The Yorkshire Dales are pocked by deep scars: chasms eroded out from beneath the limestone by running water. There is an excitement in this landscape in which springs erupt unexpectedly out of rock, run a distance and descend again into dark sinks. Everywhere, my walking was accompanied by sounds of accumulating snow-melt: gurgling, rushing and roaring. I purposely planned my route to paint at two deep pot holes.
The day was accompanied by drizzle veering into snow. I set up to draw in these conditions using a large sheet of heavy textured watercolour paper folded into sixteen panels that would slide into a plastic protection. I decided to experiment with soluble graphite and inktense watercolour pencils. This way, I could snatch brief interludes in the weather, use the drizzle itself or ground water, and work with limited materials I could hold in my pockets.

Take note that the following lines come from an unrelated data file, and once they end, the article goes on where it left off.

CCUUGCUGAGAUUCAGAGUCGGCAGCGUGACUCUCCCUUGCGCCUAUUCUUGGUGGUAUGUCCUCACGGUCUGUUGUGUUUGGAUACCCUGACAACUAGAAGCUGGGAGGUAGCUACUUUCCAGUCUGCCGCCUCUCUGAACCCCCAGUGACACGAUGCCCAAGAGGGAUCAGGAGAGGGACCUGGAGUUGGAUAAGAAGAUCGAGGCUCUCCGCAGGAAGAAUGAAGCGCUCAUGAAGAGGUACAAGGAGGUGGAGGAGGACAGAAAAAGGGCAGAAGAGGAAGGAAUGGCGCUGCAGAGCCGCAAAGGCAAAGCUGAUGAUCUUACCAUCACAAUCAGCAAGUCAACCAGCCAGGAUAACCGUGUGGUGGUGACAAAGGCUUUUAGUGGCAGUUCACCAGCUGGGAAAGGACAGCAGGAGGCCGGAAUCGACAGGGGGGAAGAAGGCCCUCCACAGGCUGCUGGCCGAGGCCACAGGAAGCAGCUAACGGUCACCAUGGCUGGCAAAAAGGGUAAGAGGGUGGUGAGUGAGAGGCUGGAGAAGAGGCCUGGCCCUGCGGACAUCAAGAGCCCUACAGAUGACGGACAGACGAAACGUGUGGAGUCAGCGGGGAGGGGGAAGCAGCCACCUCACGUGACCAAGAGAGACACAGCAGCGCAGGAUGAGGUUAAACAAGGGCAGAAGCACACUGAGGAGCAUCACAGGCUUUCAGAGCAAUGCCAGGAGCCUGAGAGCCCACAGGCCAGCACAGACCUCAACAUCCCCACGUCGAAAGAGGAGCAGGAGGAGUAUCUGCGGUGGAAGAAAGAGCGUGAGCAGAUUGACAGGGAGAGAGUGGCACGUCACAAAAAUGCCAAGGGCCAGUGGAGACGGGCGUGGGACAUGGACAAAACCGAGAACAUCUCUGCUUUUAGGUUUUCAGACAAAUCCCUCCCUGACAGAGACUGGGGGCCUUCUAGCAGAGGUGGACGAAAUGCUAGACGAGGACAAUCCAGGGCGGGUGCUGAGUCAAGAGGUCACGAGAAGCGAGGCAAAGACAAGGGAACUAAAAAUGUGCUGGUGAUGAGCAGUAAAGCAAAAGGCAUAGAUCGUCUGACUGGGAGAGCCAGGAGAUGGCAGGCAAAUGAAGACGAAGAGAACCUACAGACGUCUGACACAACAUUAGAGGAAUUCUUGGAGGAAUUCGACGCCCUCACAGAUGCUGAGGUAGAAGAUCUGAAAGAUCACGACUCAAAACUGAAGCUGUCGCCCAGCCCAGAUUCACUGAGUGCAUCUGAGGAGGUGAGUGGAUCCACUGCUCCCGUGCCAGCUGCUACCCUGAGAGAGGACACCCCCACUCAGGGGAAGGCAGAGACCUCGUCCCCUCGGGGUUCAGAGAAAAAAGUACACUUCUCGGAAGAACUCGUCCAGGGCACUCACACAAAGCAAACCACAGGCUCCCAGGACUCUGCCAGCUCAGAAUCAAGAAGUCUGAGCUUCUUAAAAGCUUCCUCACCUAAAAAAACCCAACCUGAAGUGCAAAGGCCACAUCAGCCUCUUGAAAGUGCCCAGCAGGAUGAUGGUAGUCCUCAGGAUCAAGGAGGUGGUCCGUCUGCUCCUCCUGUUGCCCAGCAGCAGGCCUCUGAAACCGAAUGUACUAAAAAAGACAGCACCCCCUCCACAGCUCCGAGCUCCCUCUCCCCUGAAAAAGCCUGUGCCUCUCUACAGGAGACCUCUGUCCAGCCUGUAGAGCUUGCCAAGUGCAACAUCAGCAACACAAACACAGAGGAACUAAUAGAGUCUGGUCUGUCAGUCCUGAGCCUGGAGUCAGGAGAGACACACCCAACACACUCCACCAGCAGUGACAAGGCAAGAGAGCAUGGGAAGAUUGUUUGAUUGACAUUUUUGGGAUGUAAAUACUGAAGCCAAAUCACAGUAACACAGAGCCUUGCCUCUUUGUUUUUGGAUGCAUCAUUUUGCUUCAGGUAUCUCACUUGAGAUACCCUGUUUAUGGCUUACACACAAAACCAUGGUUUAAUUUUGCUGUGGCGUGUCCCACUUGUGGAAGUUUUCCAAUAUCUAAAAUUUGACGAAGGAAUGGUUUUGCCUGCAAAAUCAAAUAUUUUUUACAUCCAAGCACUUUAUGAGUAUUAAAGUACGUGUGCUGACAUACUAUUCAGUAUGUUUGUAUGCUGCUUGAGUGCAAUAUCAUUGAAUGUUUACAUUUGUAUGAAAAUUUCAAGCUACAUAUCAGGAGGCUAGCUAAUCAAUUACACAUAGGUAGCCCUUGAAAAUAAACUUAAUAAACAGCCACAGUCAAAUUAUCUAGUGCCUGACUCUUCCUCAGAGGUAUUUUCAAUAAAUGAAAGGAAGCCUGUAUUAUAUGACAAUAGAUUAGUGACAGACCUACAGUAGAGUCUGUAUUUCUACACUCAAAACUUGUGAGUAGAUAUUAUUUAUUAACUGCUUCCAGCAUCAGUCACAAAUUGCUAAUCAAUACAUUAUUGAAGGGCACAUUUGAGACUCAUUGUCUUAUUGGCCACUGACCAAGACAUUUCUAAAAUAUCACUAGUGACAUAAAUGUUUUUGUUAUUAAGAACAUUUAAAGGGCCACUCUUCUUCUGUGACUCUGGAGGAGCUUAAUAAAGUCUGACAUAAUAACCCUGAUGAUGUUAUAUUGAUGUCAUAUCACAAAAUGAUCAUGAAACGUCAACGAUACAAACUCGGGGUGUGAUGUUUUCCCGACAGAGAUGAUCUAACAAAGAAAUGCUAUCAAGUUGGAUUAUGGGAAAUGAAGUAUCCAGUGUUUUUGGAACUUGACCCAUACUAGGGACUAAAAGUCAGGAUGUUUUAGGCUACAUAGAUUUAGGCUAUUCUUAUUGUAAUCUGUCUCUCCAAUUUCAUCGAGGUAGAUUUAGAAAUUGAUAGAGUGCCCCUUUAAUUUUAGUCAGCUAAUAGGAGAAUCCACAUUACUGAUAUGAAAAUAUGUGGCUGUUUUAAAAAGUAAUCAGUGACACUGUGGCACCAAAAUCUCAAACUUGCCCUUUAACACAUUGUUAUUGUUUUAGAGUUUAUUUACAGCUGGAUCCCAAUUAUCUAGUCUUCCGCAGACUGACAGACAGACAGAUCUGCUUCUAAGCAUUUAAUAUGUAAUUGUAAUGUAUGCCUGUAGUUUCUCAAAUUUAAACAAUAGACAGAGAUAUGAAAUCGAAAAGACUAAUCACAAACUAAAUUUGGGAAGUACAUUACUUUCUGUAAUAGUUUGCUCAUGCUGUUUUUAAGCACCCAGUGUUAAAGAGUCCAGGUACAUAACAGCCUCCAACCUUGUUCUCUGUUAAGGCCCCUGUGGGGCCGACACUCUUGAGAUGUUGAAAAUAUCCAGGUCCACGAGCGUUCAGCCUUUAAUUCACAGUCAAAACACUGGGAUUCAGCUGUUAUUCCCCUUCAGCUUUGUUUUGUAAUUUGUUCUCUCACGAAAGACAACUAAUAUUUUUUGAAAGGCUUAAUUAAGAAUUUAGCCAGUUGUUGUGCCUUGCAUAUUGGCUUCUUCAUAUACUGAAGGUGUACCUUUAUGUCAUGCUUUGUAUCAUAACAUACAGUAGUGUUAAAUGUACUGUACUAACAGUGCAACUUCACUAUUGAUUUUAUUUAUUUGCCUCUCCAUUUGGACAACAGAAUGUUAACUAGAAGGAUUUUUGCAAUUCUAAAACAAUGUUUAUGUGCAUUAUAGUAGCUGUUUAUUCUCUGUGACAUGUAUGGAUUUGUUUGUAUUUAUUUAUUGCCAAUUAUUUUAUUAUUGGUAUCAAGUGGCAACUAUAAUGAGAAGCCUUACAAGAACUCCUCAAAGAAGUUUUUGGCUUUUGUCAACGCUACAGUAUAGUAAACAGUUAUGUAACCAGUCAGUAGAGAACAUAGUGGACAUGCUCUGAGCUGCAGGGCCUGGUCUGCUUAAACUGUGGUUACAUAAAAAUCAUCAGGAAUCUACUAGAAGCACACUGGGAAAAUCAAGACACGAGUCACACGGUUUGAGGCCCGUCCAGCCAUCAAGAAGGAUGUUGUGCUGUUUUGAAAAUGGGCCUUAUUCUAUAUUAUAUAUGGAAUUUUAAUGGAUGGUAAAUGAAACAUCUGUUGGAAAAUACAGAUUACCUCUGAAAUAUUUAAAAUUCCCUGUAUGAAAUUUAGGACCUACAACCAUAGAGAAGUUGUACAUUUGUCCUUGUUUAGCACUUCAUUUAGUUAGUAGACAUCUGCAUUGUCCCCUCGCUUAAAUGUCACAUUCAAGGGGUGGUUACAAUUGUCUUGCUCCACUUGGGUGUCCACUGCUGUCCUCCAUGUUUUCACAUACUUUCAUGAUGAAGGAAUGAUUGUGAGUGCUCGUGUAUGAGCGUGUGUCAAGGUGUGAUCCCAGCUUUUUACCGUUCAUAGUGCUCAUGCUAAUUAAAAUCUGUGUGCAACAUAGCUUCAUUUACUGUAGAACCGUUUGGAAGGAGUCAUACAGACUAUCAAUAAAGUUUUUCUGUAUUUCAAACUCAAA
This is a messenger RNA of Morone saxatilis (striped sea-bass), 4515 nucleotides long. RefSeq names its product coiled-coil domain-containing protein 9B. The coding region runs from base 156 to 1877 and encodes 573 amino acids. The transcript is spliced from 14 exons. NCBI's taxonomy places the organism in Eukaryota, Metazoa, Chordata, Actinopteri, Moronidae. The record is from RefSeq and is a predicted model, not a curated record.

This proved tricky. I could indeed work into the snow-dampened paper and the falling flakes or drops added to the texture. However, I had to work for just a minute or two or the whole thing would wash off. Drying in my pocket, the adjacent surface lifted some of the pigments though also added to the textures. This then was the first sketch.
Only later, with the paper thoroughly dried, did I work again into this with conti crayon, watercolour and knife to create the image I wanted.
I am editing this post in response to a comment below to add links to my use of this folded paper approach, in case you are interested.